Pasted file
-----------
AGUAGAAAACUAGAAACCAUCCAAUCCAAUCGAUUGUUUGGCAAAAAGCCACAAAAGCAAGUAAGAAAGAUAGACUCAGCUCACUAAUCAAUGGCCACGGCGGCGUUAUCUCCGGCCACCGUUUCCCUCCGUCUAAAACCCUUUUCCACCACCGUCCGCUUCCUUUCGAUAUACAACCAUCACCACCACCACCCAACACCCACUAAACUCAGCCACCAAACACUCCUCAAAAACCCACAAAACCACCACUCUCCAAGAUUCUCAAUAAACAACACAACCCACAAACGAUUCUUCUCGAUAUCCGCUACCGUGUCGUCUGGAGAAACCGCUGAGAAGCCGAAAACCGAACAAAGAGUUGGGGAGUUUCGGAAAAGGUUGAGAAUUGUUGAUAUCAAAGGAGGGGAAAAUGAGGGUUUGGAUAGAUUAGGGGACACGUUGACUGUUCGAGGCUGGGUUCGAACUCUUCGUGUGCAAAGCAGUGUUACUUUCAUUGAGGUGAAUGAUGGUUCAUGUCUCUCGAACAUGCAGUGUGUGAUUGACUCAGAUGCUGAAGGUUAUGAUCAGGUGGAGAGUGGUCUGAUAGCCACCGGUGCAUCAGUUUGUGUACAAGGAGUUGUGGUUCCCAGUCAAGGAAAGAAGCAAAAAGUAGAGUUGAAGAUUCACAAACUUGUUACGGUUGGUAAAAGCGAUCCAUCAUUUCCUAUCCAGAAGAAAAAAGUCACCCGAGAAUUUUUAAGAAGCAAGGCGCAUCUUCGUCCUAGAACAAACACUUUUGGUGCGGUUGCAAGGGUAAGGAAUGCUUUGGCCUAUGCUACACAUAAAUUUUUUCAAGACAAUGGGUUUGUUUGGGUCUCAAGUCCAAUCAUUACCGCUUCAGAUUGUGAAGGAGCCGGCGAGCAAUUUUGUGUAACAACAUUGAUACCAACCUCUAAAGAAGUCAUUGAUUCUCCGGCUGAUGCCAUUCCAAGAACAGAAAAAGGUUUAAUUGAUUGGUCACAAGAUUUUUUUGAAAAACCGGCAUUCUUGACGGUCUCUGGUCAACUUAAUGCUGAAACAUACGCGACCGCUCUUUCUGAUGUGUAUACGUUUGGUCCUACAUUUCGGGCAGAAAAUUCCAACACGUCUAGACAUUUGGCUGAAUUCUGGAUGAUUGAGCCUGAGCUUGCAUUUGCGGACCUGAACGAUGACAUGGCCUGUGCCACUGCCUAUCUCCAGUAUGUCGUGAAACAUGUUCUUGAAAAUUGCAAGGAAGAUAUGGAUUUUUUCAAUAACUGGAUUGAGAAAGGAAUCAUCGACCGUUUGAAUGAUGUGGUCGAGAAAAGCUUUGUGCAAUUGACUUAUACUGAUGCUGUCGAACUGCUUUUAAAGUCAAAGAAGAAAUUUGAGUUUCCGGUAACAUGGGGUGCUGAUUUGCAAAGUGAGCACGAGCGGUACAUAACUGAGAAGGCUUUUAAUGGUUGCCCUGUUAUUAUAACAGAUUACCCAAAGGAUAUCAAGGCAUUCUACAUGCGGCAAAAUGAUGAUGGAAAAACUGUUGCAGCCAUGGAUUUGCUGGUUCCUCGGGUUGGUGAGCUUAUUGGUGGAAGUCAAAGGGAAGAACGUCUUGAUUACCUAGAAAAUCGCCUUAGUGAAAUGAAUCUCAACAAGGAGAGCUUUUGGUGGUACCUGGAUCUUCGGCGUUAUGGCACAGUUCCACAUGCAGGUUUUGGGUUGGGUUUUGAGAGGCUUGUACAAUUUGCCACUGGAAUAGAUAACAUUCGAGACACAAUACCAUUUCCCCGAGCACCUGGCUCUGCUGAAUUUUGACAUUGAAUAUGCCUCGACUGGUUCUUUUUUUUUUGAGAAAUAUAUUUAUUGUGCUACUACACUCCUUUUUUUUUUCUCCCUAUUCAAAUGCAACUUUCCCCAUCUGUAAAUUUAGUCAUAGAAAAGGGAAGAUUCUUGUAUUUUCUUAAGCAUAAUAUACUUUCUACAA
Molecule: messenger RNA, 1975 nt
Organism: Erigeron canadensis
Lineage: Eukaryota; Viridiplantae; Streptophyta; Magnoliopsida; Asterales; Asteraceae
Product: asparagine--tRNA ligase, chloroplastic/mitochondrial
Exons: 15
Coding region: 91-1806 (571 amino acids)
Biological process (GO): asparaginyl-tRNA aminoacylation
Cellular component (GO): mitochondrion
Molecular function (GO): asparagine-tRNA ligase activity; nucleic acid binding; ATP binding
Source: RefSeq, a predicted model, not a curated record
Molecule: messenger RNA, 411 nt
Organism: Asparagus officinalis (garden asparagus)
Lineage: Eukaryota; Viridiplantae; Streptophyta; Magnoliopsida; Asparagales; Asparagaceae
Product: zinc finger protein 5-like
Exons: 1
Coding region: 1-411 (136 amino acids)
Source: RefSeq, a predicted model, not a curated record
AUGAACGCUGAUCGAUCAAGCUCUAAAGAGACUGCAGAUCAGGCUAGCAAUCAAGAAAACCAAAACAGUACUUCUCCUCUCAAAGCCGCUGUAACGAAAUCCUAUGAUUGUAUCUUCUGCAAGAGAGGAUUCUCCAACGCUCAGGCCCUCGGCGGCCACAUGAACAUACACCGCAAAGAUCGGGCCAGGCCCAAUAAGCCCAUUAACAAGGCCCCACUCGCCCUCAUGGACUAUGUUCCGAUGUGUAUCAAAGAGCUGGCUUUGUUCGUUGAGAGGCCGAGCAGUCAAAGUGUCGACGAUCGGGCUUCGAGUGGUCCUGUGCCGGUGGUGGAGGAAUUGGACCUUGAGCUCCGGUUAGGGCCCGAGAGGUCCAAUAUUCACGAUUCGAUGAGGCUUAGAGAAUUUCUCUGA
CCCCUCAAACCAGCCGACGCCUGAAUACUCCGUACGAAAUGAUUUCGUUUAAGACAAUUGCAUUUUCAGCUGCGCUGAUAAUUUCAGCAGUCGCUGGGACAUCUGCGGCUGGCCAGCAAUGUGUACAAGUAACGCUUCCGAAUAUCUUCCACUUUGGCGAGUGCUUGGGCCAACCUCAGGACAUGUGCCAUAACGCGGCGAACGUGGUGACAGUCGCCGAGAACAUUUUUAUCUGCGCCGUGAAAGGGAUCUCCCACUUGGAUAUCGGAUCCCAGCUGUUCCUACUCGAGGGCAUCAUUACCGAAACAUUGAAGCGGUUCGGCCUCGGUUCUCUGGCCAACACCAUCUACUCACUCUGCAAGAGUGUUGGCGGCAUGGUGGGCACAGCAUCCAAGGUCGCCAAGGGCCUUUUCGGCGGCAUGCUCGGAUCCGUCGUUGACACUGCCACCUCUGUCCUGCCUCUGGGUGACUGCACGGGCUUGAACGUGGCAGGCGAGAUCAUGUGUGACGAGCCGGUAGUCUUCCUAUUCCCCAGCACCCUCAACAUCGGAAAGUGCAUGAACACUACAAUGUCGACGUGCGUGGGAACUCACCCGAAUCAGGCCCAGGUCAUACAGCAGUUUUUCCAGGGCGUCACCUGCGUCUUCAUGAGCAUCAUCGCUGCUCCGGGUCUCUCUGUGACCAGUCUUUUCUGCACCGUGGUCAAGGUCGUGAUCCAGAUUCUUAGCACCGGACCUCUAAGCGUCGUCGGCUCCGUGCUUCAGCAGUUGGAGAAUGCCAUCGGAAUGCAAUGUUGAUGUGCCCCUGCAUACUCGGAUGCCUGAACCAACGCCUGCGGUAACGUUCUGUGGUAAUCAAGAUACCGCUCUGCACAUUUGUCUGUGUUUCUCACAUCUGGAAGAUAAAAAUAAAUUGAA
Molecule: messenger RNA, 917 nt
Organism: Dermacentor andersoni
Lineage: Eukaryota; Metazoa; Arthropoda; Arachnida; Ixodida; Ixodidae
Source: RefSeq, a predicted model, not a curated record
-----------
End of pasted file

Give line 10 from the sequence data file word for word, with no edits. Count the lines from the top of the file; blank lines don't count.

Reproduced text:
Molecular function (GO): asparagine-tRNA ligase activity; nucleic acid binding; ATP binding